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Ajmer 92—an upcoming film set to release on July 21—brings to the forefront a deeply unsettling case that continues to cast a shadow over Ajmer, the city known for housing the revered Dargah of Sufi saint Khwaja Moinuddin Chishti. This case, which unfolded in 1992, exposed a network of powerful individuals with political connections involved in the blackmail and sexual abuse of countless girls. Despite the passage of time, the repercussions of this heinous crime still reverberate within the community.

Unveiling the Crime in Ajmer 92

In April 1992, local journalist Santosh Gupta uncovered a distressing cycle of abuse that had been ongoing for years, finally culminating in that fateful year. The perpetrators targeted school and college girls, luring them to remote locations where they fell victim to repeated sexual assaults committed by one or more assailants.

The modus operandi of the criminals involved using one girl to entice her friends, thus perpetuating an extensive cycle of abuse. Exploiting the explicit photographs taken during these heinous acts, the abusers blackmailed their victims into submission and silence.

The Role of Santosh Gupta

Santosh Gupta, a courageous journalist, broke the story for the local daily Navajyoti News. Despite the potential risks, he managed to obtain blurred-out pictures of the survivors and shed light on their ordeal. By bringing the issue to public attention, Gupta played a vital role in initiating the quest for justice.

The accused individuals held positions of influence and affluence, which further complicated the process of persuading the victims to come forward and testify. According to retired Rajasthan DGP Omendra Bhardwaj, social and financial power made it exceedingly challenging to elicit cooperation from the girls involved in the case.

After an extensive investigation, 18 men faced charges, some of whom belonged to families associated with the influential Khadims linked to the Sufi Dargah. Among these individuals, Farooq and Nafis Chishty were particularly prominent figures. As Youth Congress leaders and local “celebrities,” they flaunted their power and wealth in the small town, exploiting their status to trap unsuspecting victims. Notably, Farooq, who was later declared mentally unstable by the courts, initiated the cycle of abuse by entrapping a girl from Sophia Senior Secondary School in Ajmer and capturing explicit photographs.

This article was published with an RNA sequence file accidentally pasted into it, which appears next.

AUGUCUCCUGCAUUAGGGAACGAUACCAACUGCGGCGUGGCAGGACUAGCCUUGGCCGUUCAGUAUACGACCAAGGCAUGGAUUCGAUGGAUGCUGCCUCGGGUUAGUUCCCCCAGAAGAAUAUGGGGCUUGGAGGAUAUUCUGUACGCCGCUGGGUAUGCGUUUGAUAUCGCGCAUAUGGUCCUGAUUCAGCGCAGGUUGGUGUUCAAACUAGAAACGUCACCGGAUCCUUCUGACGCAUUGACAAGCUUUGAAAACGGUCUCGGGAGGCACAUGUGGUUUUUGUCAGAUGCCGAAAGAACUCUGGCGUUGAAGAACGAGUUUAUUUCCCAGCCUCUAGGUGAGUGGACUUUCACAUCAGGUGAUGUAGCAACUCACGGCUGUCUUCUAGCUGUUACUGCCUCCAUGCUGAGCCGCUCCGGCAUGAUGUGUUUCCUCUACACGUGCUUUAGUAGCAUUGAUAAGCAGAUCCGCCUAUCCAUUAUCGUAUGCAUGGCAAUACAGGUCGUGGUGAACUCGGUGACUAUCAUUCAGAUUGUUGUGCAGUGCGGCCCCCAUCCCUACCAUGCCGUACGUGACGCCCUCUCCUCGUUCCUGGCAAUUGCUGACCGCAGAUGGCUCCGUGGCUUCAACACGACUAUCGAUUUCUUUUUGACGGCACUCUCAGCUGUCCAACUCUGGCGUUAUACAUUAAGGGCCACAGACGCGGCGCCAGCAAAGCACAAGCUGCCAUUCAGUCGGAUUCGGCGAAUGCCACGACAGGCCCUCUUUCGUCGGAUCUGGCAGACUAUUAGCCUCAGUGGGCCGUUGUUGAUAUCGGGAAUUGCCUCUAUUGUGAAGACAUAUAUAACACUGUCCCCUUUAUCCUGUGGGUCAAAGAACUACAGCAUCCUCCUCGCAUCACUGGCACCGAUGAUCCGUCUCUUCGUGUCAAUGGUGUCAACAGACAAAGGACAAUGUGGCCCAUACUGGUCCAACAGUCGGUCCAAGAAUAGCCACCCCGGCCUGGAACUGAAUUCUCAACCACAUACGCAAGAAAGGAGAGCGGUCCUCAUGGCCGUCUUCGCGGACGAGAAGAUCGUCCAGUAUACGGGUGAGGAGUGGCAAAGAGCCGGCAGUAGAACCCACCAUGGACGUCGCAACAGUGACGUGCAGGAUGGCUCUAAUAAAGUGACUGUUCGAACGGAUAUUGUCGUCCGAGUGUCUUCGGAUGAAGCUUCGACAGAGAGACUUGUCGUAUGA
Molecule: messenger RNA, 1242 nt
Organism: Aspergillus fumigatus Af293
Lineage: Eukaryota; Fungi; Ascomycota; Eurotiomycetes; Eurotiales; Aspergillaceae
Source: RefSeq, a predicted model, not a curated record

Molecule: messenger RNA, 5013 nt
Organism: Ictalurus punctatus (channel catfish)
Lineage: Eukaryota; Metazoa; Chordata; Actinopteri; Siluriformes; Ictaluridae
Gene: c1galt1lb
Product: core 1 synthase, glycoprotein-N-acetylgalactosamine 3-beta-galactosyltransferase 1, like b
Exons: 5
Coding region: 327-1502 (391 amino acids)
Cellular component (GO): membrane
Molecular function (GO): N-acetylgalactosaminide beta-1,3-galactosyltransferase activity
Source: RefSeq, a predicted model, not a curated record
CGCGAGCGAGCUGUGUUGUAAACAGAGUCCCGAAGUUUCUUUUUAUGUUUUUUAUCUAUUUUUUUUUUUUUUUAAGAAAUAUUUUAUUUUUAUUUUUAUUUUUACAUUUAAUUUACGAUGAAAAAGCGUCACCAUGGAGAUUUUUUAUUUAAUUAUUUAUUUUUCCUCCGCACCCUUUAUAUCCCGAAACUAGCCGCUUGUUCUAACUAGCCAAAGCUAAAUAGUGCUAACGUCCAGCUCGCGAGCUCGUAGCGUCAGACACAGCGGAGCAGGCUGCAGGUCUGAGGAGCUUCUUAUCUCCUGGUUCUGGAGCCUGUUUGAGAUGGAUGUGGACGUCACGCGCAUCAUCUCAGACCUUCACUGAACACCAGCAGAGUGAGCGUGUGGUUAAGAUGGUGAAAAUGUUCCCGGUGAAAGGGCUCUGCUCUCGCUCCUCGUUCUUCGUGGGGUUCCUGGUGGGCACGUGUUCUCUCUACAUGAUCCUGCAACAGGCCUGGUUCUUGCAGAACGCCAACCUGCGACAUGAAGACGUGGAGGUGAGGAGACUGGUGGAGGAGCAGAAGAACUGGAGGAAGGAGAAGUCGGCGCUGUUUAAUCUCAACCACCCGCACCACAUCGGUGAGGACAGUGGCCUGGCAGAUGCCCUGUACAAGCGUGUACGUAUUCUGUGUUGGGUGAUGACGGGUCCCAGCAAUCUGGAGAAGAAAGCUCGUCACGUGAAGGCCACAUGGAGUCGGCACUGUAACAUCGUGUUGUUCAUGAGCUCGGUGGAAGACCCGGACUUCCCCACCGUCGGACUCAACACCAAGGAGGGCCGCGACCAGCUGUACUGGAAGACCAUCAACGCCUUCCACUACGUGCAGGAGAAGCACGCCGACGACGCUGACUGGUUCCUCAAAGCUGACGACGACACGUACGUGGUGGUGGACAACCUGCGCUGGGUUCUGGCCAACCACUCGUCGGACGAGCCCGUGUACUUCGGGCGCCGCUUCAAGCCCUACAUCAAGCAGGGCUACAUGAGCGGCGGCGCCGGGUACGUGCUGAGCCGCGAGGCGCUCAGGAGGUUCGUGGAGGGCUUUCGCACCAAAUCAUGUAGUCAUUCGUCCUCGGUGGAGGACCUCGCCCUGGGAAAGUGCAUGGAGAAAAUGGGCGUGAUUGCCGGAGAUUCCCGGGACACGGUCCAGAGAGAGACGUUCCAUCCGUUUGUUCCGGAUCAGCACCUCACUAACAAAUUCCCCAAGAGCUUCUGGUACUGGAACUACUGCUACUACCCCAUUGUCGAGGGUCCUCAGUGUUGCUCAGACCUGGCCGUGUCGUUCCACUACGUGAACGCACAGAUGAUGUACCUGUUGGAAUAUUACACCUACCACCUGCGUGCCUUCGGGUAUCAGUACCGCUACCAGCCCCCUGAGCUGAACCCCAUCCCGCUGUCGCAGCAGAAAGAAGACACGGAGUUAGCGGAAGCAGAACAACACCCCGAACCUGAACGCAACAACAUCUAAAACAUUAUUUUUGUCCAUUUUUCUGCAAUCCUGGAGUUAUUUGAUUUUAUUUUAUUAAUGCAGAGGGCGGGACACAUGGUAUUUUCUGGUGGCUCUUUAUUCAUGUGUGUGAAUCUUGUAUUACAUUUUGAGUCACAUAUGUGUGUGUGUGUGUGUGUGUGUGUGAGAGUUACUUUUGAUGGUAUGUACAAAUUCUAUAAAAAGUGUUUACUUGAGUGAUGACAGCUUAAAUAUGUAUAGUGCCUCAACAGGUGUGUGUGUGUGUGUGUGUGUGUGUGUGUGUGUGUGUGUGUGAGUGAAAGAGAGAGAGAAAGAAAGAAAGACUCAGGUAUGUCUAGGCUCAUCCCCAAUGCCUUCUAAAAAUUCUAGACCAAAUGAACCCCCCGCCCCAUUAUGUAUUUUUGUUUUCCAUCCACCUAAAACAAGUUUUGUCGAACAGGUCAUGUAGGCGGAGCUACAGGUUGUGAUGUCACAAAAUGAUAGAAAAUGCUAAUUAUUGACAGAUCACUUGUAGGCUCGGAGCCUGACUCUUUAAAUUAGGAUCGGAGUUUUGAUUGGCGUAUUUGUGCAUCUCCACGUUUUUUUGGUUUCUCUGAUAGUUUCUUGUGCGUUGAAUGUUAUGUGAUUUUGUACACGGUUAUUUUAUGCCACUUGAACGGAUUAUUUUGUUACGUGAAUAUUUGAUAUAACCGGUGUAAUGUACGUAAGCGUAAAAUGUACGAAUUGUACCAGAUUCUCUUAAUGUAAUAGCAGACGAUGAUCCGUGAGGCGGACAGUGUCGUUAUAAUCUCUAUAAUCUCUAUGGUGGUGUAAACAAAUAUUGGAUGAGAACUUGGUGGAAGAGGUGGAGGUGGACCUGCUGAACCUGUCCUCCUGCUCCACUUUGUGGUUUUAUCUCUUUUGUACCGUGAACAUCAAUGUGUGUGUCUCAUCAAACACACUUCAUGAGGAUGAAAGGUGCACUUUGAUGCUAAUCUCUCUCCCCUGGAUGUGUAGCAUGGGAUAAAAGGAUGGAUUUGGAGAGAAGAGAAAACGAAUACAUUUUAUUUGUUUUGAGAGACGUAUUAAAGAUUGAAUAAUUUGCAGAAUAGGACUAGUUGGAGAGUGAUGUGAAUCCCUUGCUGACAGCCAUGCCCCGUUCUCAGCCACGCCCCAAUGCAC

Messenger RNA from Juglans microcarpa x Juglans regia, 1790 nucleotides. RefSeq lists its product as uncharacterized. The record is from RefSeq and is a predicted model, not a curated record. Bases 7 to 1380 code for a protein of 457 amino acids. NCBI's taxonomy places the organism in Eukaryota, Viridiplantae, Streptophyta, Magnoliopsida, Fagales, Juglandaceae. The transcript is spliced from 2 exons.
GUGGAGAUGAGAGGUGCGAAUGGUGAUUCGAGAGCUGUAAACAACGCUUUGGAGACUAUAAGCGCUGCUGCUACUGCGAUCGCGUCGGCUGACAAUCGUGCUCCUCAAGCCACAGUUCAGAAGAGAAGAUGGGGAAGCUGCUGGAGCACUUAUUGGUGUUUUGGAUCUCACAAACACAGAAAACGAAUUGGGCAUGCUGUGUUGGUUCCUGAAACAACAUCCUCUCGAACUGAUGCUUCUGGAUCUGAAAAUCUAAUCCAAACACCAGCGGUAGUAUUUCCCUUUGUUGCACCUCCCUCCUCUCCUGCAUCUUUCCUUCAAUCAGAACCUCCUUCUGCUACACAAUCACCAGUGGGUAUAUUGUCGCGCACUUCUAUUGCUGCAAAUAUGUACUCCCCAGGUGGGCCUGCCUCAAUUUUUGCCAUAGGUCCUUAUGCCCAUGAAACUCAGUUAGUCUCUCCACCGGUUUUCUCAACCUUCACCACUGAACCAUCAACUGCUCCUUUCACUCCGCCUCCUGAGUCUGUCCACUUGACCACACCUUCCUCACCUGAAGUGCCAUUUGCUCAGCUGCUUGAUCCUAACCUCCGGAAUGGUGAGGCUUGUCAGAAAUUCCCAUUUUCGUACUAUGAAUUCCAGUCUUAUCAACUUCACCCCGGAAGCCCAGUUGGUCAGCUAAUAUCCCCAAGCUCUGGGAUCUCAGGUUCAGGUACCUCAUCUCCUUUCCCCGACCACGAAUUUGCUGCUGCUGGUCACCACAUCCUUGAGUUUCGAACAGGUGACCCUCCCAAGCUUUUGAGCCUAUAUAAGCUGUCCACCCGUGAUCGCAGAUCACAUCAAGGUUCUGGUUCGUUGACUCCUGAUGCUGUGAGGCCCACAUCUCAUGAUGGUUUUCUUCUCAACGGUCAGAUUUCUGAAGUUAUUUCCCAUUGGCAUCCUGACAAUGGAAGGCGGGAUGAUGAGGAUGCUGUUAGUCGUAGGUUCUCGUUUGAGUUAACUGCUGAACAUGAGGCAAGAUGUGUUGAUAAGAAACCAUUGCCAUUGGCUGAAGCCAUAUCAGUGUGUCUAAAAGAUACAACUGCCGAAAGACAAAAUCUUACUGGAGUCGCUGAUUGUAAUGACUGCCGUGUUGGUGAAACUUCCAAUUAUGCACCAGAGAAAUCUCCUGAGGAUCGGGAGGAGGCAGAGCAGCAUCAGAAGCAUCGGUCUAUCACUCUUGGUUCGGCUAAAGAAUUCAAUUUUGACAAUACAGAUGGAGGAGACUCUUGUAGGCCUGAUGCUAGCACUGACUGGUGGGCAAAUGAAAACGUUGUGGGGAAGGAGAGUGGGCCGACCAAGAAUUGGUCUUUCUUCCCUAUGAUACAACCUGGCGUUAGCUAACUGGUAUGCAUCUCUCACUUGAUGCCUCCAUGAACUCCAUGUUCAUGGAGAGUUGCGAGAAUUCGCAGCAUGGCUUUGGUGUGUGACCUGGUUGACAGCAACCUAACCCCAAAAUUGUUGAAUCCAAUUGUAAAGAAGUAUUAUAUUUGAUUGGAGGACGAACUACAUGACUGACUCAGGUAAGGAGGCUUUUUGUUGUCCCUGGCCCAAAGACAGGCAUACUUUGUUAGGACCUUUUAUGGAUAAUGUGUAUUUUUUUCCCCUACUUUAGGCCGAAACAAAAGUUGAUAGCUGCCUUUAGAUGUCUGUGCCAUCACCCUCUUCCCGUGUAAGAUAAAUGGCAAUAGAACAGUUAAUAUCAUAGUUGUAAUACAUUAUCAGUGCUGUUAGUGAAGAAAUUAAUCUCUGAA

In 1998, a sessions court in Ajmer sentenced eight men to life imprisonment. However, the Rajasthan High Court acquitted four of them in 2001. Subsequently, the Supreme Court reduced the sentences of the remaining four convicts—Moijullah alias Puttan, Ishrat Ali, Anwar Chishty, and Shamshuddin alias Meradona—to 10 years in 2003. Presently, six men are still facing trial, and Almas Maharaj, one of the accused, remains at large, believed to be residing in the United States. The Central Bureau of Investigation (CBI) has issued a red corner notice against him.

Continuing Ordeal for Survivors

The revelation of this case thrust Ajmer into a state of upheaval, with protests leading to a two-day citywide shutdown. The potential for communal tension emerged due to the religious identities of the accused and the victims.

However, as the trials commenced, the majority of victims became uncooperative. Despite estimates suggesting between 50 and 100 victims, only a few came forward to provide testimony, and even fewer remained steadfast in their statements.

A Supreme Court order in 2003 acknowledged the unfortunate reality that many victims who appeared as witnesses turned hostile. Fear of exposure and the potential repercussions on their future lives likely influenced their decision not to testify against the appellants.


The victims have faced profound social stigma, which has permeated even the institutions they attended. Anuradha Marwah, an author and former Ajmer resident who extensively covered the case, recalled the emotional toll on the community. She recounted her mother, the vice-principal of one of the colleges connected to the case, coming home in tears after learning that one of the victims had taken her own life. The case, still raw and unhealed, left an indelible mark on the town.

Critique of the Authorities’ Approach

Santosh Gupta attributes the ordeal faced by the victims, both past and present, to the flawed approach of the authorities handling the case. From the outset, the focus seemed to be on preventing a potential “law and order situation” resulting from the scandal, rather than ensuring justice for the survivors.

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The upcoming film Ajmer 92 shines a spotlight on the traumatic case that continues to haunt the city. By shedding light on the systemic sexual abuse and blackmail perpetrated by influential individuals, the movie serves as a reminder of the need for justice and support for the survivors. As the residents of Ajmer grapple with the scars of the past, it is essential to foster an environment where victims can come forward without fear, and their voices can be heard. Only then can healing and progress take place in this historic city.

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